HOBOKEN, N.J. (CBSNewYork) -- How bad could things get in New Jersey?
Anyway you cut it, COVID-19 cases will continue to surge through the next few months. Moderate models and worst case scenarios are both pretty bleak.
As CBS2's Meg Baker reported Wednesday, the forecast by state health officials shows daily case counts reaching between 6,000 and 9,000, and hospitalizations reaching as high as 7,000 in the next two months -- and that's the moderate model.
"These envision a path where all of us do a little more to continue with our masking and social distancing, where more of us use common sense and smart decision making during holidays. Stay with our immediate households and not take part in indoor gatherings where we know this virus loves to hang out," Gov. Phil Murphy said.
Watch: N.J. Gov. Phil Murphy Give COVID Update
A worst case scenario predicts cases soaring above 12,000 before Feb. 1, with the potential for more than 8,700 hospitalizations.
"Remember the peak in spring, on April 14. That was 8,270. Both of those numbers several hundred higher than what we saw at the worst of it in the spring," Murphy said.
Either scenario puts a major strain on our health care system.
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"There is no easily accessed reinforcements. Unlike the first surge, every state in the nation is experiencing the burden of this disease," said N.J. Health Commissioner Judy Persichilli.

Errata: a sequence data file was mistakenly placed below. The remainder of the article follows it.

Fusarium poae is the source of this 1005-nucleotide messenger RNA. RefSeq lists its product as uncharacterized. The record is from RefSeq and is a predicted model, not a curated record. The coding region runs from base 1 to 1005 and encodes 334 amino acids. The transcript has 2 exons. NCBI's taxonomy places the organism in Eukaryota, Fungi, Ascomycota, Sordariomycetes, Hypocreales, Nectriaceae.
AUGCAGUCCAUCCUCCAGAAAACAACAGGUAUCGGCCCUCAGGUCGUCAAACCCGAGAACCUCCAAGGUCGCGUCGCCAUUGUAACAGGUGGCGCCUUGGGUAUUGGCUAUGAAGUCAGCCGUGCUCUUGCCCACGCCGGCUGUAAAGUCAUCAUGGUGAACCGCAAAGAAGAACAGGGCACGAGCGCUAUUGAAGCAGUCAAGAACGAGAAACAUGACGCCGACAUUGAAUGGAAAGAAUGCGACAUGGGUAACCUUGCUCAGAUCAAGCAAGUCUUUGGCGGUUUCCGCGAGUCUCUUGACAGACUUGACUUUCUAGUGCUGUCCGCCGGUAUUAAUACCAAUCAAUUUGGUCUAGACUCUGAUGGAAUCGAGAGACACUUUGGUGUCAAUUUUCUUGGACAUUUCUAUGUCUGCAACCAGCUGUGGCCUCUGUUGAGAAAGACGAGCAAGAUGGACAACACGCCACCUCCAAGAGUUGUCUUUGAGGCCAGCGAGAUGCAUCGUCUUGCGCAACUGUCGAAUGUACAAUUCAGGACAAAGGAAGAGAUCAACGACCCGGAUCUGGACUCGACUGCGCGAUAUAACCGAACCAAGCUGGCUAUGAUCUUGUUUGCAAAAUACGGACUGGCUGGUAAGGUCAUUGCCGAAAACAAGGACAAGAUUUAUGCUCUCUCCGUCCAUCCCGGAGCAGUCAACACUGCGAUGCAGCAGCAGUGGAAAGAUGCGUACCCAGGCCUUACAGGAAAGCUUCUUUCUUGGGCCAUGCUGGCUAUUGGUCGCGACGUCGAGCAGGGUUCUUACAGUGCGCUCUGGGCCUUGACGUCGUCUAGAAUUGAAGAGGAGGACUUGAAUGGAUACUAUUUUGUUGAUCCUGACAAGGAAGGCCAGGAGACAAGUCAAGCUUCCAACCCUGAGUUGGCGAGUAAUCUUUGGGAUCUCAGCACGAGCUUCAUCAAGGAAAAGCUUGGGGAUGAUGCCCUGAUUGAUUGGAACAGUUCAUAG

Officials warn that holiday behavior can alter the outcome and save lives.
"The joy that you, in your own way, help to protect others and support the doctors and the nurses, and the health care workers, by stopping the spread of this disease in your communities," Persichilli said.
The governor said the initial vaccinations show minimal impact on either model.
The troubling forecast has some municipalities taking extra precautions.
Hoboken Mayor Ravi Bhalla is encouraging employees of businesses to get tested at a new site at 124 Grand St. after contact tracing indicated that recent cases were linked to employees at bars and restaurants.
"We want to make sure that not just all residents, but also people who work for businesses in Hoboken are protected and safe, and also can provide that measure of safety to residents and customers as well," Bhalla said.
The models last week had New Jersey peaking around 5,400 daily cases by mid-December and 5,000 hospitalizations by New Year's Day, but the Garden State has already surpassed this, with a record-breaking weekend of 6,000 cases Saturday, and high numbers throughout this week so far.
Dr. Perry Halkitis, dean of Rutgers School of Public Health, said the Health Department was too conservative in its estimate.
"I don't think they recognize how much risk was actually occurring because the models were based on previous behavior, and we had no previous behavior around Thanksgiving or the holidays. And as a result, they just assumed people were going to be engaging in mitigation strategies," Dr. Halkitis said.
Many of these cases are attributed to Thanksgiving gatherings.
"Is this a warning for the upcoming holidays?" Baker asked.
Dr. Halkitis said he believes the next two months will probably be the worst in the nation and in New Jersey.
"This is a huge warning for us about the holidays," he added.
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